It helps that we knew each other for 10 years prior to that but I think having a partner in general, I’d highly recommend that. I think particularly when you’ve got different skill sets. I really could imagine doing the business solo. It’s just not something that would be enjoyable either. It’s something that you’d really like to share with someone. Share in the wins, share in the losses. Have someone that’s not your family. There’s only so much your wife can hear about your business before they start to go a bit crazy. It sort of, it is really, I think a really important part of what has made Maap successful, is having such a great partnership. But look, I couldn’t tell you what other than keeping it simple and keeping it even would be the best thing to set up. We kept it really, as I said, we started as a partnership agreement. It was a one page document that sort of said, it’s 50 percent shares each. It was very basic but it was enough for us to say, this is where we stand and who knows where it’s going to go from there.

          Now that it’s a bit more complex [inaudible 00:28:06] company structure, we’re looking at doing a shareholders’ agreement and that kind of thing. But that’s, I guess just take it one step at a time. You don’t need the [inaudible 00:28:17] contracts and over complicate things in and the beginning. You just need a really solid foundation and a good understanding of what the expectations are. I guess it’s really important to clarify the job titles and responsibilities. For us in our situation it sort of naturally fell that way and we didn’t have to, we clarified it and put it on paper and made it … You need to be accountable for certain elements of the business but really it’s been a pretty smooth ride the whole way through and I guess a real strength of what Maap is.

          Felix: Right. So you mentioned as well that you both knew right from the beginning that you wanted to invest heavily in the branding, the logo design and making sure that you got that right, right off the bat. This is a, I think, there are two camps on this. Two sides that people take on this. One is to not worry so much about the branding and the logo and just worry about executing first and then of course there’s the other side, which you’re on. Which, it was really important to have that nailed down from the beginning. Now why did you feel that that was an important aspect to figure out and spend the money on, on all of this prior to having a product, prior to having any sales yet. Why did you find that it was, why did you guys decide that it was important to nail that down the right way?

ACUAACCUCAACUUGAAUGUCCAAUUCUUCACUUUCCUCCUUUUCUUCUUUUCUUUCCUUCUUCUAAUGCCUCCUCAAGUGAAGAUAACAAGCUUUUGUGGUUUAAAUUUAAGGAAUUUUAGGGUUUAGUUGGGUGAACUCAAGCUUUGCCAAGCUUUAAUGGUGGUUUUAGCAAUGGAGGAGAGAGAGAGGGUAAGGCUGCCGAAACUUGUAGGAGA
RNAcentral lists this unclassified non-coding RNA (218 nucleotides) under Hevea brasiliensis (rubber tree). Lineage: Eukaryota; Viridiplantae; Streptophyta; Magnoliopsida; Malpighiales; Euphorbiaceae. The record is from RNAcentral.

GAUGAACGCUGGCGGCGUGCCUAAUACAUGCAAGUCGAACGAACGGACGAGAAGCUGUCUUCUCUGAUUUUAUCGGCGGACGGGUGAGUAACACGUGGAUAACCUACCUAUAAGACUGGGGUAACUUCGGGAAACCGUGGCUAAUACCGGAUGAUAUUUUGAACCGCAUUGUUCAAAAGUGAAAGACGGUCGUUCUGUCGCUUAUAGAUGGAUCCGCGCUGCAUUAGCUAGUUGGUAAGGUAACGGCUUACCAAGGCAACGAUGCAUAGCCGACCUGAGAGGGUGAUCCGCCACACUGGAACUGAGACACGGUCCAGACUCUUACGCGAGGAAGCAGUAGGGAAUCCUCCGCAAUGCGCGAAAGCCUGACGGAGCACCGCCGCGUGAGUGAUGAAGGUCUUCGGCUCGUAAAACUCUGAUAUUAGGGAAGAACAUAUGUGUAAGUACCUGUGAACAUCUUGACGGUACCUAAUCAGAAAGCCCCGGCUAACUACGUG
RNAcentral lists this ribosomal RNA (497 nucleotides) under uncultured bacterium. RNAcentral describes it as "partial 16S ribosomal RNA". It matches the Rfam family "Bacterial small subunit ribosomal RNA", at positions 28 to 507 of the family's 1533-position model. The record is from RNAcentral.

Oliver: I guess that’s just my experience through the years of working in the fashion industry. It’s a brand that you want to wear, it’s something you’re going to live with for a long time and it also represents who we are. If you’re creating furniture or auto goods or … it probably is less important but for us we’re a design led business. We’re producing premium apparel for discerning cyclings essentially and it’s paramount for us. That was helping to create the image of the brand and helping us to find the art direction and what the brand stands for. For me it was one of the most important investments we ever made because you live with your logo forever or variations of it and if you get it right it’ll pay off ten fold down the track.

          Even though it’s, as I said, less important for other sectors it’s still something I believe is probably the most important thing to invest in. We were actually at the point where we commissioned an agency to design the logo and weren’t happy with the result. We paid the fee and walked away from it because we knew it wasn’t at the level or it didn’t really fit the vision that we had for the brand. At that point we contacted a second agency who happened to be a long term friend of mine and it just clicked from day one. Like the logo development came naturally. It was something that we loved and we could see the whole brand being built off the back of.

          We’re continued to work with Misha or Mass Current, the agency since that day. Now Misha is now, has now since become the creative director of Maap and working full time for us. It was one of the defining moments of the creation of the brand. It also gave us, as I said we had a really clear vision of what the brand was going to be, but that’s one thing. You can determine the niche but then it comes down to creating the brand. We started with the brand identity and the logo development and once we had that, it gave us extra confidence in what we were going to become. And that was like, well yeah I’m even more excited about what this brand is going to be now because I can, it’s starting to become real. I can see what it is. I like what it is.

          It’s just that it helps give you motivation. It gives you more motivation to keep investing in it. Keep throwing some more money into it if you’ve got that or keep expanding the collection or whatever. So it was really one of those sort of key moments where we just sat back and went, yep this is becoming what we want it to. Which, was really good.

          Felix: Yeah. There is definitely value in being proud of what you’re working on and having that great design early on. I can see how motivating that could be to keep you going. When you work with a creative agency to design the brand, design the messaging and design a logo. What’s involved? Talk us through how you work, any tips that you can give on working with a creative agency to make sure they, you get what you want out of it at the end of the day.